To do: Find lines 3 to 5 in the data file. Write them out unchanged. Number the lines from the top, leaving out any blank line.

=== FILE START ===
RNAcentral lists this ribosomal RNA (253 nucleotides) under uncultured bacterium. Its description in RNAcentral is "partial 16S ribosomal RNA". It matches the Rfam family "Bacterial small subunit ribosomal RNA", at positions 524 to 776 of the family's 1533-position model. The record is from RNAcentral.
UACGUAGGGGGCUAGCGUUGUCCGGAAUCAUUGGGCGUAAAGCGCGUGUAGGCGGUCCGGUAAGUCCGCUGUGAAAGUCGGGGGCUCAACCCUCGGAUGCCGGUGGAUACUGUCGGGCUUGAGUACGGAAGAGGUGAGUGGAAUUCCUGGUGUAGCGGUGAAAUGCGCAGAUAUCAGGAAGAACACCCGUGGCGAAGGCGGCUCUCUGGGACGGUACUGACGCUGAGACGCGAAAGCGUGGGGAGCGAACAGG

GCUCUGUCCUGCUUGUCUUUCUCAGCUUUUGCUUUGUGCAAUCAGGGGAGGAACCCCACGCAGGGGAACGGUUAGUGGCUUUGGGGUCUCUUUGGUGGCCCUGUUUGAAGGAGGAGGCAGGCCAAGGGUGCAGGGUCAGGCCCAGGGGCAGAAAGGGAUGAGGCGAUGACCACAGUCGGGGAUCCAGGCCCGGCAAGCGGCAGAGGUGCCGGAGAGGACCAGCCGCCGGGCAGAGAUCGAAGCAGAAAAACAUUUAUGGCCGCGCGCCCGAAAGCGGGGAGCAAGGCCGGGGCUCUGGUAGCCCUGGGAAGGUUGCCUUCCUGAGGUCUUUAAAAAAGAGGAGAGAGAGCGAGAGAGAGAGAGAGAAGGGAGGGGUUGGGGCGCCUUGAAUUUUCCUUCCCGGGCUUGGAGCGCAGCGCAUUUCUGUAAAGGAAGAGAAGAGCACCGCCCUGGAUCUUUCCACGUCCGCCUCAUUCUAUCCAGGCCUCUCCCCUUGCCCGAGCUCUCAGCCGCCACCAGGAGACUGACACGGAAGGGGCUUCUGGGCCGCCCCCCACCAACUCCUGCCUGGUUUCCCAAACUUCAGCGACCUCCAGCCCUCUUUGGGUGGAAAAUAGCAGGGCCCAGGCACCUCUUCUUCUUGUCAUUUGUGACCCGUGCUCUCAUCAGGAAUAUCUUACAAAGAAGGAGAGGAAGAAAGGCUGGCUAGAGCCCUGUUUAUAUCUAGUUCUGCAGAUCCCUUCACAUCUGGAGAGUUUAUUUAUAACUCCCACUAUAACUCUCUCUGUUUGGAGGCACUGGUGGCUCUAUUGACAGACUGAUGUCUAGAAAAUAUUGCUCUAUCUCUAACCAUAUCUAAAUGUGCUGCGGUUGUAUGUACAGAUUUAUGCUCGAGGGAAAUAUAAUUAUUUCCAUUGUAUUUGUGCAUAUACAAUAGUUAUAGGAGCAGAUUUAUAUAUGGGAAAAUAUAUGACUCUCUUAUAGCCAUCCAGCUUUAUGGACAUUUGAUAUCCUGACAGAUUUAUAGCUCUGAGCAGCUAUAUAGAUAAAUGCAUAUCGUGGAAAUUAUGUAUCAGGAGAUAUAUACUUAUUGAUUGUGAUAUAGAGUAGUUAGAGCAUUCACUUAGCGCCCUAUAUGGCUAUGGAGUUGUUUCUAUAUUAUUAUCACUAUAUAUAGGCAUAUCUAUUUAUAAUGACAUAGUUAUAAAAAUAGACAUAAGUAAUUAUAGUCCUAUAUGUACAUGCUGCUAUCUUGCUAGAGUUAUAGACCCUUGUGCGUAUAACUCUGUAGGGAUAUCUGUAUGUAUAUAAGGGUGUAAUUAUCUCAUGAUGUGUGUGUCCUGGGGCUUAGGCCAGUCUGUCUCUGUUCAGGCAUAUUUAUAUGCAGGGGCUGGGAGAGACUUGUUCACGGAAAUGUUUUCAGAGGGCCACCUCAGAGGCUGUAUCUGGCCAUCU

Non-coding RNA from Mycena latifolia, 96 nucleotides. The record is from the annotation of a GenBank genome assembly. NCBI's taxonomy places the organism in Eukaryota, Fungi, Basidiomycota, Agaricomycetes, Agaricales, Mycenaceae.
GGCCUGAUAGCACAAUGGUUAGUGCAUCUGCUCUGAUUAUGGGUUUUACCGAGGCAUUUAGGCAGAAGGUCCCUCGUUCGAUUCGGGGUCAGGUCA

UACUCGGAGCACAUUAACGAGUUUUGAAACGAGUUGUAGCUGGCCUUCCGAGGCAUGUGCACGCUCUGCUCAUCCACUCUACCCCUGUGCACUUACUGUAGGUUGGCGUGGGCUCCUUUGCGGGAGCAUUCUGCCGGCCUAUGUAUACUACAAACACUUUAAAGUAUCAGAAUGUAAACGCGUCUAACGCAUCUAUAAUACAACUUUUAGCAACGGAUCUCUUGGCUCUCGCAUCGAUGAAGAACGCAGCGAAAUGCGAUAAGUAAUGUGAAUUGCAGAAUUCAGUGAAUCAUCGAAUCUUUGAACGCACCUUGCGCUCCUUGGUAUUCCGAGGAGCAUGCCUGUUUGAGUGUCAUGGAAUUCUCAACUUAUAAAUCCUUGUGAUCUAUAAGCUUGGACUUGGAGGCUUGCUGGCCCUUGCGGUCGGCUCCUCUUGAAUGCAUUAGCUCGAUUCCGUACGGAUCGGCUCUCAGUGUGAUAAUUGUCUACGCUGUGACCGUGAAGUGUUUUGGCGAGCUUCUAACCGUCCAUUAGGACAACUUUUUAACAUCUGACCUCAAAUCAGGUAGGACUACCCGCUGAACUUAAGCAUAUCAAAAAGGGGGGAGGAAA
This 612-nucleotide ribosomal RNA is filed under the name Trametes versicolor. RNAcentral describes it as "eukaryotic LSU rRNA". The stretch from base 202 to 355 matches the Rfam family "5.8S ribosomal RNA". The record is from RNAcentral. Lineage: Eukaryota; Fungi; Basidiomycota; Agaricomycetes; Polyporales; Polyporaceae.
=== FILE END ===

GCUCUGUCCUGCUUGUCUUUCUCAGCUUUUGCUUUGUGCAAUCAGGGGAGGAACCCCACGCAGGGGAACGGUUAGUGGCUUUGGGGUCUCUUUGGUGGCCCUGUUUGAAGGAGGAGGCAGGCCAAGGGUGCAGGGUCAGGCCCAGGGGCAGAAAGGGAUGAGGCGAUGACCACAGUCGGGGAUCCAGGCCCGGCAAGCGGCAGAGGUGCCGGAGAGGACCAGCCGCCGGGCAGAGAUCGAAGCAGAAAAACAUUUAUGGCCGCGCGCCCGAAAGCGGGGAGCAAGGCCGGGGCUCUGGUAGCCCUGGGAAGGUUGCCUUCCUGAGGUCUUUAAAAAAGAGGAGAGAGAGCGAGAGAGAGAGAGAGAAGGGAGGGGUUGGGGCGCCUUGAAUUUUCCUUCCCGGGCUUGGAGCGCAGCGCAUUUCUGUAAAGGAAGAGAAGAGCACCGCCCUGGAUCUUUCCACGUCCGCCUCAUUCUAUCCAGGCCUCUCCCCUUGCCCGAGCUCUCAGCCGCCACCAGGAGACUGACACGGAAGGGGCUUCUGGGCCGCCCCCCACCAACUCCUGCCUGGUUUCCCAAACUUCAGCGACCUCCAGCCCUCUUUGGGUGGAAAAUAGCAGGGCCCAGGCACCUCUUCUUCUUGUCAUUUGUGACCCGUGCUCUCAUCAGGAAUAUCUUACAAAGAAGGAGAGGAAGAAAGGCUGGCUAGAGCCCUGUUUAUAUCUAGUUCUGCAGAUCCCUUCACAUCUGGAGAGUUUAUUUAUAACUCCCACUAUAACUCUCUCUGUUUGGAGGCACUGGUGGCUCUAUUGACAGACUGAUGUCUAGAAAAUAUUGCUCUAUCUCUAACCAUAUCUAAAUGUGCUGCGGUUGUAUGUACAGAUUUAUGCUCGAGGGAAAUAUAAUUAUUUCCAUUGUAUUUGUGCAUAUACAAUAGUUAUAGGAGCAGAUUUAUAUAUGGGAAAAUAUAUGACUCUCUUAUAGCCAUCCAGCUUUAUGGACAUUUGAUAUCCUGACAGAUUUAUAGCUCUGAGCAGCUAUAUAGAUAAAUGCAUAUCGUGGAAAUUAUGUAUCAGGAGAUAUAUACUUAUUGAUUGUGAUAUAGAGUAGUUAGAGCAUUCACUUAGCGCCCUAUAUGGCUAUGGAGUUGUUUCUAUAUUAUUAUCACUAUAUAUAGGCAUAUCUAUUUAUAAUGACAUAGUUAUAAAAAUAGACAUAAGUAAUUAUAGUCCUAUAUGUACAUGCUGCUAUCUUGCUAGAGUUAUAGACCCUUGUGCGUAUAACUCUGUAGGGAUAUCUGUAUGUAUAUAAGGGUGUAAUUAUCUCAUGAUGUGUGUGUCCUGGGGCUUAGGCCAGUCUGUCUCUGUUCAGGCAUAUUUAUAUGCAGGGGCUGGGAGAGACUUGUUCACGGAAAUGUUUUCAGAGGGCCACCUCAGAGGCUGUAUCUGGCCAUCU

Non-coding RNA from Mycena latifolia, 96 nucleotides. The record is from the annotation of a GenBank genome assembly. NCBI's taxonomy places the organism in Eukaryota, Fungi, Basidiomycota, Agaricomycetes, Agaricales, Mycenaceae.
GGCCUGAUAGCACAAUGGUUAGUGCAUCUGCUCUGAUUAUGGGUUUUACCGAGGCAUUUAGGCAGAAGGUCCCUCGUUCGAUUCGGGGUCAGGUCA